I've a small and simple storage system which is accessible through memory mapped files. As I need to address more than 2GB space I need a list of MappedByteBuffer with a fixed size like 2GB (I'm using less for different reasons). Then all is relativly simple: a buffer maps to a certain space say to 1GB and when I need more I map a new MappedByteBuffer (the file automatically increases), then when I need more a third buffer is mapped etc. This just worked.
But then I've read in the Java NIO book that when I change the file length problems could occur:
A MappedByteBuffer directly reflects the disc file with which it is associated. If the file is structurally modified while the mapping is in effect, strange behaviour can result (exact behaviour are OS and file system dependent) A MappedByteBuffer has a fixed size, but file it's mapped to is elastic. Specifically if a file's size changes while the mapping is in effect, some or all of the buffer may become inaccessible, undefined data could be returned, or unchecked exceptions could be thrown. Be careful about how files are manipulated by other threads or external processes when they are memory-mapped.
I think the problems could occur as the OS could move the file when it is increasing and the MappedByteBuffers then could point to an invalid space (or am I misinterpreting this?)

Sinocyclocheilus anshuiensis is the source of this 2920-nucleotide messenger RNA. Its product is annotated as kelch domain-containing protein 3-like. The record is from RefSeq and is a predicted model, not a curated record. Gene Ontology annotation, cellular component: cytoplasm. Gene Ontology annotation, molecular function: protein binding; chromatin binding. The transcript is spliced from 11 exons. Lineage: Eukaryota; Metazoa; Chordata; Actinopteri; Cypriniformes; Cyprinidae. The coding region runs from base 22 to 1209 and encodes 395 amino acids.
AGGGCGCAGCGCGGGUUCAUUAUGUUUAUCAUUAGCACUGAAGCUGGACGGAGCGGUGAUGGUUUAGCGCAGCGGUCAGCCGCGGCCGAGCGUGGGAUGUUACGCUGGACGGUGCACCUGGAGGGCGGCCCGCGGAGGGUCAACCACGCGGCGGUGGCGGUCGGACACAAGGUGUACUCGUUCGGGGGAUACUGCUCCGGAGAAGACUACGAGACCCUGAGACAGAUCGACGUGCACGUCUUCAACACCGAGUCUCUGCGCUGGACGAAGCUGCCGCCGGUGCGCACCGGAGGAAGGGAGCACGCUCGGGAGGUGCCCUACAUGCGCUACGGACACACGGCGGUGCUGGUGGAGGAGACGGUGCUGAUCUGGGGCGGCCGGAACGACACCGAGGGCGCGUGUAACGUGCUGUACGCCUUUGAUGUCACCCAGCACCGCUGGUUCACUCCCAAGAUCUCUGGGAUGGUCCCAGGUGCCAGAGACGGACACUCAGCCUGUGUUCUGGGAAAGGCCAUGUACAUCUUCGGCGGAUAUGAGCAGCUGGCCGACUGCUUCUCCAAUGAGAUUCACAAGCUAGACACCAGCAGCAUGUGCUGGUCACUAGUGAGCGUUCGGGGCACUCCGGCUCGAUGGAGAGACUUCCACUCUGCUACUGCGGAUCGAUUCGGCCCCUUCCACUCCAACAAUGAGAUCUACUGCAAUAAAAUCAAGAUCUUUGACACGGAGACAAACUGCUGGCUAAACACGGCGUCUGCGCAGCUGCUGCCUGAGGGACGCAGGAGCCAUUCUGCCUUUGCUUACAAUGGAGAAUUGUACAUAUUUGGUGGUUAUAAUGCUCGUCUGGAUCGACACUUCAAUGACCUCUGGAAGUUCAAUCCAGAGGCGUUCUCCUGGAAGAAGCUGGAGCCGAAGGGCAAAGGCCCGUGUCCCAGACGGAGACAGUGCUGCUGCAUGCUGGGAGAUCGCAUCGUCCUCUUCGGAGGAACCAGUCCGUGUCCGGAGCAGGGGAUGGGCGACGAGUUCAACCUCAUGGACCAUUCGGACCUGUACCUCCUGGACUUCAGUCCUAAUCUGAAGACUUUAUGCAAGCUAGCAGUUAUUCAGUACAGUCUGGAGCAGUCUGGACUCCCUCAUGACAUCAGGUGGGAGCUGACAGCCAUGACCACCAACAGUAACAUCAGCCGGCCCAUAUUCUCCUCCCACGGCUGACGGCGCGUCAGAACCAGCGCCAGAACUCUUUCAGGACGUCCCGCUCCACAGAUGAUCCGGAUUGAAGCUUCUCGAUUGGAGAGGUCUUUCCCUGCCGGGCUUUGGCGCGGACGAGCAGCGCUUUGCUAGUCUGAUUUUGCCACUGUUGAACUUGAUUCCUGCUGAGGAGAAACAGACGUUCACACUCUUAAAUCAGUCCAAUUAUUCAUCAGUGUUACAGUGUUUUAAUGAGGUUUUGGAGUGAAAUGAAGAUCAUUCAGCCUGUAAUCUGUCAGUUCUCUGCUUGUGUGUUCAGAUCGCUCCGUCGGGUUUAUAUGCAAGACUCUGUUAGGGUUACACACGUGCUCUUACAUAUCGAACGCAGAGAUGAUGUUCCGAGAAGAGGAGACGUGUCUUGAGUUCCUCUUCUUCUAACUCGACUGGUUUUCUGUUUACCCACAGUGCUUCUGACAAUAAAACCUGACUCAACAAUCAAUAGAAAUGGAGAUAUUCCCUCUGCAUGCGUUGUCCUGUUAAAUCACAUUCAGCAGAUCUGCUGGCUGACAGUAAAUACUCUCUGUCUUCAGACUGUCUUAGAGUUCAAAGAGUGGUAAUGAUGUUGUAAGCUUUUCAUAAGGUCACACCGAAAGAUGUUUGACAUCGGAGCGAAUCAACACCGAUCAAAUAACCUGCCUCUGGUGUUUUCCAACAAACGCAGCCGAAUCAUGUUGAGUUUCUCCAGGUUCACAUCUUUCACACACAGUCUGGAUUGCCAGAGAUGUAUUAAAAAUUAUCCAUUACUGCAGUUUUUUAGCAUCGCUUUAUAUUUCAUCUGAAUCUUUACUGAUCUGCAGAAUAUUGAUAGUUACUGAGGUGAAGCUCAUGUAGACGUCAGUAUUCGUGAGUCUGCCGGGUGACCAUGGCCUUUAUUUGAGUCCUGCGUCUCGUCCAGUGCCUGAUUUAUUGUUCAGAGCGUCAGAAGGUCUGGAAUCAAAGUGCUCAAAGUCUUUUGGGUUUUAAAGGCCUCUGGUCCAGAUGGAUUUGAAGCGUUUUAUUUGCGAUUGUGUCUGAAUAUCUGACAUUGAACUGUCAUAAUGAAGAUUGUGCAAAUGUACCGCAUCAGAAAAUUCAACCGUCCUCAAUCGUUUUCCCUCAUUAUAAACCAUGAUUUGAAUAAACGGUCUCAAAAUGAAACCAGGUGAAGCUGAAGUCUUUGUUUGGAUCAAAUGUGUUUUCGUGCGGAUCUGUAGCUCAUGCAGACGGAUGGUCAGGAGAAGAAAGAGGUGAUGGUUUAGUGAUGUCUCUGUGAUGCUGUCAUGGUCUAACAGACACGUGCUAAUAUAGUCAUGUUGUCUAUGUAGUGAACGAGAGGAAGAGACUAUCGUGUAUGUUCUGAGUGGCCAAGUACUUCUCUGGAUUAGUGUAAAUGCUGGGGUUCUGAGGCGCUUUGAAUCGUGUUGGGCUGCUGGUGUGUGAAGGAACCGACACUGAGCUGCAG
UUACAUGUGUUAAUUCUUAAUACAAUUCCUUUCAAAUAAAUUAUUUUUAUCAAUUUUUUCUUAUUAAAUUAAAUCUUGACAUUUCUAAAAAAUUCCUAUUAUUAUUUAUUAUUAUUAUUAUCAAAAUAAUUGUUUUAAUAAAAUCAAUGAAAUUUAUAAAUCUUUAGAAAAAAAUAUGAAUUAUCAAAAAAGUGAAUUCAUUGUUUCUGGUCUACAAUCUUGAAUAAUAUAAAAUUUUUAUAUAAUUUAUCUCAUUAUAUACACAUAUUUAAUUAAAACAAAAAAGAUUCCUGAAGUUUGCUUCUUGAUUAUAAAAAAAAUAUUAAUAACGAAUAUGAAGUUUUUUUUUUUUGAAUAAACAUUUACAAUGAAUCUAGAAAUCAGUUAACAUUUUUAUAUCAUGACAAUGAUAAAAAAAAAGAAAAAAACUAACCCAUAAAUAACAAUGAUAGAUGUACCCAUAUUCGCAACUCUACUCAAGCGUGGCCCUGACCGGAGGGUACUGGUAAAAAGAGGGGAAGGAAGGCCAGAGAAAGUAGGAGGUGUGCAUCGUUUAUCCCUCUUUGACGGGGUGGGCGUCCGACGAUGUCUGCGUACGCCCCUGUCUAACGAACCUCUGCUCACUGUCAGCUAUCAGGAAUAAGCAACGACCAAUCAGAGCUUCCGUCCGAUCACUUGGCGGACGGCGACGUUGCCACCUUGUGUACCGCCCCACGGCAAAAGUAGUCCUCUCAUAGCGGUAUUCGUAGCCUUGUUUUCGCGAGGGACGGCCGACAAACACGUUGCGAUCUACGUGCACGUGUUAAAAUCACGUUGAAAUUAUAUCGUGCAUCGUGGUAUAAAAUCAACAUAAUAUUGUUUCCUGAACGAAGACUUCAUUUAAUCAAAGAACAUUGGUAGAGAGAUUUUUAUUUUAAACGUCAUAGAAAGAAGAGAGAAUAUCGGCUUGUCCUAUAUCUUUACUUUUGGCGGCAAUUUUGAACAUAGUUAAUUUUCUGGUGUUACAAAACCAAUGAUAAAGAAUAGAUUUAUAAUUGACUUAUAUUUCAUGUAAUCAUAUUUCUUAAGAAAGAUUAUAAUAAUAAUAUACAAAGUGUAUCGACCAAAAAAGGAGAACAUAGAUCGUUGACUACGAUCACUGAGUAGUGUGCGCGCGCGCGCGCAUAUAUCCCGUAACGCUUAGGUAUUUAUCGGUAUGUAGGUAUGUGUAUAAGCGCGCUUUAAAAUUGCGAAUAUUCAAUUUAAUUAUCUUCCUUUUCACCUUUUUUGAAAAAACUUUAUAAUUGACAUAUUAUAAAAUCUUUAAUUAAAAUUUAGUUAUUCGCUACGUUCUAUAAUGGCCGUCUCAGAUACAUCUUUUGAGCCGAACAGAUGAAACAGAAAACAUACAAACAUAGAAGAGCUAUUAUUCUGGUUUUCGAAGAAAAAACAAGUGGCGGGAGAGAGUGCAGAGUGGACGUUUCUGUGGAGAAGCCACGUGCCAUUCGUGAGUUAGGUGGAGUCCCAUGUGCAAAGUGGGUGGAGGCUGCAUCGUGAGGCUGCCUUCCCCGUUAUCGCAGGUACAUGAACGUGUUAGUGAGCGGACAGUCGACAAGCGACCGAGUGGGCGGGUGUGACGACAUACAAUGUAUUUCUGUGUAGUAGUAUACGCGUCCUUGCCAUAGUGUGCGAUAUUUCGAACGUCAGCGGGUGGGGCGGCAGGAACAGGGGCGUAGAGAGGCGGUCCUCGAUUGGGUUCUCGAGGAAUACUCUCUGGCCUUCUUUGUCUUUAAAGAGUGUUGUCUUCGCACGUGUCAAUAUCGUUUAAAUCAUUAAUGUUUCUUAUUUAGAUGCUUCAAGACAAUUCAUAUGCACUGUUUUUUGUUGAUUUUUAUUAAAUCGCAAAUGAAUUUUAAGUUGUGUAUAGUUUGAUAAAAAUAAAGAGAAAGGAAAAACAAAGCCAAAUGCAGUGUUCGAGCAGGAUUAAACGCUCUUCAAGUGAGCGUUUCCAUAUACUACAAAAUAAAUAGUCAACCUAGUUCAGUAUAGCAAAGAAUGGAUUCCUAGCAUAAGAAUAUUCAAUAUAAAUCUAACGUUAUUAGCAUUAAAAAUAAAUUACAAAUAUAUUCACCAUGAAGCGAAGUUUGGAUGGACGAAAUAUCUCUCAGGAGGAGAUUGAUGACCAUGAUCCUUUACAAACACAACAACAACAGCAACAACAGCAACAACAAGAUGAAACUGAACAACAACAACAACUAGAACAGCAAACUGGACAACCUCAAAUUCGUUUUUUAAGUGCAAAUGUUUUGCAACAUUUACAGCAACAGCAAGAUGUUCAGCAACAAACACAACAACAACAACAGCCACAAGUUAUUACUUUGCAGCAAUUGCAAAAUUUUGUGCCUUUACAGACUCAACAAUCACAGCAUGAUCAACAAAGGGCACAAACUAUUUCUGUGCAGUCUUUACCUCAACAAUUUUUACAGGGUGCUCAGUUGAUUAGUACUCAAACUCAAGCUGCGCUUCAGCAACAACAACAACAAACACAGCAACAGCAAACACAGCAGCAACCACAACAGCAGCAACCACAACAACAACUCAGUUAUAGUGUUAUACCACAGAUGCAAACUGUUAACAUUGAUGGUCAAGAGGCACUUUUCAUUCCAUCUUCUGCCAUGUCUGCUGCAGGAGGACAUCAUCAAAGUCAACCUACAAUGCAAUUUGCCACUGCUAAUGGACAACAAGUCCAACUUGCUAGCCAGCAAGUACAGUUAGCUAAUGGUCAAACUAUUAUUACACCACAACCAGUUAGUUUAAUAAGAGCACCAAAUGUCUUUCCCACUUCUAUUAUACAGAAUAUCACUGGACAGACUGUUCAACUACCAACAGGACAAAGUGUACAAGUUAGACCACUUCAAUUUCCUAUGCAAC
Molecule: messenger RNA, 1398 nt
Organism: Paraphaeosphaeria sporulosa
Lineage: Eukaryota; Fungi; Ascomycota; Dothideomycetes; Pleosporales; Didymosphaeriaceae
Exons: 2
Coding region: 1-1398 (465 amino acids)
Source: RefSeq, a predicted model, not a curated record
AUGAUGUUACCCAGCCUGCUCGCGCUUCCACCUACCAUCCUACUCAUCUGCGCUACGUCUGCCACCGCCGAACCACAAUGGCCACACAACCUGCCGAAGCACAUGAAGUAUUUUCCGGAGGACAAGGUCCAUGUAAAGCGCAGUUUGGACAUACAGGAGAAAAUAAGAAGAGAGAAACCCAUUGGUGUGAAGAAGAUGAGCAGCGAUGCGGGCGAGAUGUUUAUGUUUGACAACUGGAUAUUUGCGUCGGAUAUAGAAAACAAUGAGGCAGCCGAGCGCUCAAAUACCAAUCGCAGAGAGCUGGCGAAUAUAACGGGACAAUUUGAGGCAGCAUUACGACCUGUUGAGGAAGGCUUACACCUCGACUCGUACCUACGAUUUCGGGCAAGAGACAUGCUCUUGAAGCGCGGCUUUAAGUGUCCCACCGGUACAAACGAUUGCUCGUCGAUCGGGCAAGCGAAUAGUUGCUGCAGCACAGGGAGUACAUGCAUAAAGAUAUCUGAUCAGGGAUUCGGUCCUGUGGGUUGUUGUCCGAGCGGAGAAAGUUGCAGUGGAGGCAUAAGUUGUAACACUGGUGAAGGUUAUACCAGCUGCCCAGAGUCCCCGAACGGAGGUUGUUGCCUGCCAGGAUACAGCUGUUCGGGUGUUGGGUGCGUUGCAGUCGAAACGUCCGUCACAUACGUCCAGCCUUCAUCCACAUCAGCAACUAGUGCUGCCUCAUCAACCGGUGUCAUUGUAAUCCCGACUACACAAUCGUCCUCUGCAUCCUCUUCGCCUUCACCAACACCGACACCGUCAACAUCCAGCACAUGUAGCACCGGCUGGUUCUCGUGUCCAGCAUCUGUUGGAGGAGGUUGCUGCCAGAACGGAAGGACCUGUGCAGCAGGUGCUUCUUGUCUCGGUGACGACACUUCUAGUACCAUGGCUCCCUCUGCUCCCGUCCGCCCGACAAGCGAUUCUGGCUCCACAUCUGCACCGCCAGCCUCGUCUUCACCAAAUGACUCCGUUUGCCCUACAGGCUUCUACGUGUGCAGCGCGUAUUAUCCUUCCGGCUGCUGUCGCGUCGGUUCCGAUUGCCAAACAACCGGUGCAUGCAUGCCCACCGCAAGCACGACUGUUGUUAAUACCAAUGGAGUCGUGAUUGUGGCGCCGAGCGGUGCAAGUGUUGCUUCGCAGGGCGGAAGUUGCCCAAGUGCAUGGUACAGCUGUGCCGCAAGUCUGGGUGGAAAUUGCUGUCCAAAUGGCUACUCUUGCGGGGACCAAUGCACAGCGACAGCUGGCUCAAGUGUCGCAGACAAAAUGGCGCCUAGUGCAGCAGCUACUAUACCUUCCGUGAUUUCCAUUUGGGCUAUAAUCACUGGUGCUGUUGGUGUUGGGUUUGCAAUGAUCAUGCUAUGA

So, instead of adding a new MappedByteBuffer to the list I am now doing the following
- increasing the file length
- clearing the buffer list (throwing away the old buffers and hoping that the buffers where released via garbage collector. hmmh, probably I should clean all the buffers explicitly via cleaner.clean()?)
- re-mapping (filling the list with fresh buffers)
BUT THIS procedure has the disadvantage of failing sometimes while mapping with
IOException: Operation not permitted at sun.nio.ch.FileChannelImpl.map0(Native Method) at sun.nio.ch.FileChannelImpl.map(FileChannelImpl.java:734)
Why that? Because clearing the buffer list did not properly release and clean the buffers and multiple mappings are not allowed? Should I just stick to the old working method and ignoring the comment in the book?
- splitting the mapping on a 32bit OS has the advantage of better finding free space and less likely make an error (ref)
- splitting the mapping into smaller parts is an advantage as setting up the mmap could be costly (ref)
- both approaches are not clean while my second approach should work but will need an unmap (will try to force the release with the normal cleaner.clean hack). The first approach should work on systems (like ibm) where I could increase the file size but in general it won't work although I couldn't find the exact reason yet...
- cleanest way would be to use multiple files I fear (one file per MappedByteBuffer)